Memory Loss and Cognitive Decline in Seniors after Surgery
Post Operative Cognitive Decline (POCD)
There are many reports of seniors who had a surgical operation and after it experienced memory loss, trouble with multi-tasking, difficulty in learning new skills, inability to concentrate and other cognitive problems. This is called postoperative cognitive decline (POCD) which is usually temporary, but in some cases it remains the same and in others it can progress until it becomes full-blown dementia. The onset of dementia may be in the weeks, months or even years after the operation. There are also reports of seniors who develop delirium, especially after heart surgery.
However, few seniors are warned about the risk for POCD before they undergo surgical operations. While surgery may be necessary and life-saving, seniors are not always told that many operations can also be carried out by using local anesthesia rather than general anesthesia. Local anesthesia deadens pain, but allows a person to remain awake during the surgery and they do not need to go to a recovery room after the operation. General anesthesia (GA) is sometimes accompanied by serious complications in the elderly. Seniors must ask their surgeons exactly what risks they face with the operation and if the operation can be done with local rather than general anesthesia.
Risk Factors for POCD
- Past issues with cognitive function
- Diabetes raises the risk by 84% to develop POCD after surgery
- High blood pressure
- Past surgical operations
General Anesthesia (GA) or Surgical Trauma
Several studies have been carried out to try to determine if the cause of this postoperative cognitive decline (POCD) is from the general anesthesia (GA) or from the trauma of the surgery. Some studies show that the surgery itself causes inflammation in the body which can cross the brain barrier and spread to the brain and damage the brain. Other studies show that the general anesthesia which puts patients into a coma-like state may be responsible for making changes in the brain, especially in seniors who may already be genetically likely to develop dementia. Some animal studies show an increased rate for developing Alzheimer’s disease after surgery with general anesthesia, but more research is necessary to form positive conclusions concerning humans.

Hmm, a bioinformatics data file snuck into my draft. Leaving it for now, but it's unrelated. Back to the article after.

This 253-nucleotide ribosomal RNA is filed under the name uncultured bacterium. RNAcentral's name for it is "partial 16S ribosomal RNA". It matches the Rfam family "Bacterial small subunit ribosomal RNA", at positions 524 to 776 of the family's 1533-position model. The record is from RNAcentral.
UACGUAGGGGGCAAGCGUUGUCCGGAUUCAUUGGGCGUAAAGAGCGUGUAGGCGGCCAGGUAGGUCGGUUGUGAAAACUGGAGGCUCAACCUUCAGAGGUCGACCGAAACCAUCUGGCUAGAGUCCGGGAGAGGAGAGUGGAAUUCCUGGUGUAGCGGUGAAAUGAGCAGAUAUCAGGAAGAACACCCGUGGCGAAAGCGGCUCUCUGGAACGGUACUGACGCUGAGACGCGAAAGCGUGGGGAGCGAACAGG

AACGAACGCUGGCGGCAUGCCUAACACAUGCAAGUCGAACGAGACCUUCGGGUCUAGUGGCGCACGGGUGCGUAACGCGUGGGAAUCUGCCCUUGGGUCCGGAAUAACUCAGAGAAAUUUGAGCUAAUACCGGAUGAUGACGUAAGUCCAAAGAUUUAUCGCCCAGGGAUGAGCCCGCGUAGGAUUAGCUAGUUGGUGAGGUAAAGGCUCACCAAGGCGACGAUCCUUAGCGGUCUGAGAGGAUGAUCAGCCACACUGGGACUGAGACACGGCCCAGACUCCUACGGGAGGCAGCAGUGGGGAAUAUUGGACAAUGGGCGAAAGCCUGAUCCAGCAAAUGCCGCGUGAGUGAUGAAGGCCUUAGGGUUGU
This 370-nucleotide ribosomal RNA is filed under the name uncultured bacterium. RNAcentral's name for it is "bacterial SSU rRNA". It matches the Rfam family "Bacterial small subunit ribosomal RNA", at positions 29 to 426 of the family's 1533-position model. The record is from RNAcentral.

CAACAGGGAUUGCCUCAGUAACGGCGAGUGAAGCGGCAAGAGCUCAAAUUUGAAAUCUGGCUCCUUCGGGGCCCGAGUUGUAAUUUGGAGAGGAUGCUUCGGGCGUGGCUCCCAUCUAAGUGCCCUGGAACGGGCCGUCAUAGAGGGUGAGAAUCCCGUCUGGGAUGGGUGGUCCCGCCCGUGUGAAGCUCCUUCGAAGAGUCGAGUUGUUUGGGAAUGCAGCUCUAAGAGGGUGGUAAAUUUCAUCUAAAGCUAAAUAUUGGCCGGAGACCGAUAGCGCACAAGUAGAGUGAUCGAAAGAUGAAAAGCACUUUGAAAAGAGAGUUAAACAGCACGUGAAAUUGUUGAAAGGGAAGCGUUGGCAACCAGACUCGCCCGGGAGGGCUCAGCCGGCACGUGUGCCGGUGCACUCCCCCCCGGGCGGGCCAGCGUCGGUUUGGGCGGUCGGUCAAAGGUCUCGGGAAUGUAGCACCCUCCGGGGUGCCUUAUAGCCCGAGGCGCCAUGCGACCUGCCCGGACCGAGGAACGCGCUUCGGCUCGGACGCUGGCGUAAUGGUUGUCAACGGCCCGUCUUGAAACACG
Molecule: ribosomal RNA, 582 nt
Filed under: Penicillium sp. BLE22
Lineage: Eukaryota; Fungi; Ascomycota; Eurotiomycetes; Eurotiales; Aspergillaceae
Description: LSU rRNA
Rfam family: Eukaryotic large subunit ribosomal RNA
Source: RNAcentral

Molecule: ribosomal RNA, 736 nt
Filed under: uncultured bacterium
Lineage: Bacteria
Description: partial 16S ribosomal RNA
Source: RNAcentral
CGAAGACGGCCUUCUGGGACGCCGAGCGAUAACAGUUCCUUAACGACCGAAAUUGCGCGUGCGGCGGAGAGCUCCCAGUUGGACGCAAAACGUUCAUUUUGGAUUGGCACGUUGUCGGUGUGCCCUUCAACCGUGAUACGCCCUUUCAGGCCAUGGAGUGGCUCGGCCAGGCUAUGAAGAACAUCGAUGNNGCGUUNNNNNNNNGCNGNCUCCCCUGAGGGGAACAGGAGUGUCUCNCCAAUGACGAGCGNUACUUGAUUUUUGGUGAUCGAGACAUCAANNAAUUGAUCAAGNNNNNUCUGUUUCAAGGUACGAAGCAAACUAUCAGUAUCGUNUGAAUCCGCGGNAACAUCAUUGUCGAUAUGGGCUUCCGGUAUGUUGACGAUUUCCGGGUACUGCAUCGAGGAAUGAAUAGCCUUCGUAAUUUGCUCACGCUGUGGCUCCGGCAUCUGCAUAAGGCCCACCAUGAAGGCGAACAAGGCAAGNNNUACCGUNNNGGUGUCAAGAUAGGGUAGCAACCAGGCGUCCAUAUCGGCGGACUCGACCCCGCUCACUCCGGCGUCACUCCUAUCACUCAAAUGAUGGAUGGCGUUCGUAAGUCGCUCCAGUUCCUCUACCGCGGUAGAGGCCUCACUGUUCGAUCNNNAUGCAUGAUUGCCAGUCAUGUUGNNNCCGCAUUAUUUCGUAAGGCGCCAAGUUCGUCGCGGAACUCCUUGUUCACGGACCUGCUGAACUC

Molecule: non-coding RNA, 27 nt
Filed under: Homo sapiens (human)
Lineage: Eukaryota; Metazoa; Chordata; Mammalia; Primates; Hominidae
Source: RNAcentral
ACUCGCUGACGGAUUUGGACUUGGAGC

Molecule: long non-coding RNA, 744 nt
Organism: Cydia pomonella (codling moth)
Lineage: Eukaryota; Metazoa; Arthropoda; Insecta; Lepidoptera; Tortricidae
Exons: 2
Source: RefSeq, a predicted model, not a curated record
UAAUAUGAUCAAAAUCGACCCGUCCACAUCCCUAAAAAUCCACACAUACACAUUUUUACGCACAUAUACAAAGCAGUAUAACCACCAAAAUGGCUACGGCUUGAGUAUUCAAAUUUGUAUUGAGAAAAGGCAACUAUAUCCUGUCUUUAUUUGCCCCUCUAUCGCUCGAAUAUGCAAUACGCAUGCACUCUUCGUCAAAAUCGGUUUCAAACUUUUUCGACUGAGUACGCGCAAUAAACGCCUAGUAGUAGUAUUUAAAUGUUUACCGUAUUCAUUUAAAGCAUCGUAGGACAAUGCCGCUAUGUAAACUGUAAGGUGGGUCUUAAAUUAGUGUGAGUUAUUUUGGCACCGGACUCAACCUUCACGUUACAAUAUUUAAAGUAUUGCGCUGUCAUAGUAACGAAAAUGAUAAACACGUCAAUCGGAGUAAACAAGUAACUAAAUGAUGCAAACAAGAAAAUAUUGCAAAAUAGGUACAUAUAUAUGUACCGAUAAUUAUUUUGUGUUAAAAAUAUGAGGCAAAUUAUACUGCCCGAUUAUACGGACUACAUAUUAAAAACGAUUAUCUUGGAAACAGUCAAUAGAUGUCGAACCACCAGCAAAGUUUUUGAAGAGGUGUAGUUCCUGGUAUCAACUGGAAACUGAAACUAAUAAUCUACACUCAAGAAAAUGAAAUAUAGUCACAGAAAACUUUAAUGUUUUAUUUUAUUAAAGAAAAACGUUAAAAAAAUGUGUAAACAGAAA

If research proves the general anesthesia is responsible for POCD, seniors can explore the possibility of doing the surgery under local rather than general anesthesia. General anesthesia also carries a higher risk for other complications in the elderly like pneumonia.
Local anesthesia like lidocaine blocks pain, but the patient does not get put to sleep. In fact, the patient can converse with the surgeon and even answer questions. It is much safer for seniors than general anesthesia, but it cannot be used for every kind of operation.
Here are a few of the operations that can be carried out under local anesthesia. Surgeons will be able to give you more information about other surgeries that may also be able to be carried out under local anesthesia. Your doctor will also decide, depending on your general health which is the best anesthesia to use.
- Removal of lipoma fatty tumors from arms, legs, etc.
- Hernia Repair Surgery
- Surgery for varicose veins
- Laser surgery on eyes
- Removal of wisdom teeth
- Hemorrhoid Surgery
- Colorectal surgery
- Gynecological surgery
- Plastic surgery
- Breast Surgery
- Eye surgery
While surgery may be necessary and life-saving, all operations carry risks for the elderly, especially when general anesthesia is used. Seniors should only have surgery when at least two different doctors say they really need it. Seniors should also ask their doctors about all possible risks they might face and if the surgery can be done under local rather than general anesthesia. Further research may show why some seniors have postoperative cognitive decline after surgery and what can be done to prevent it.
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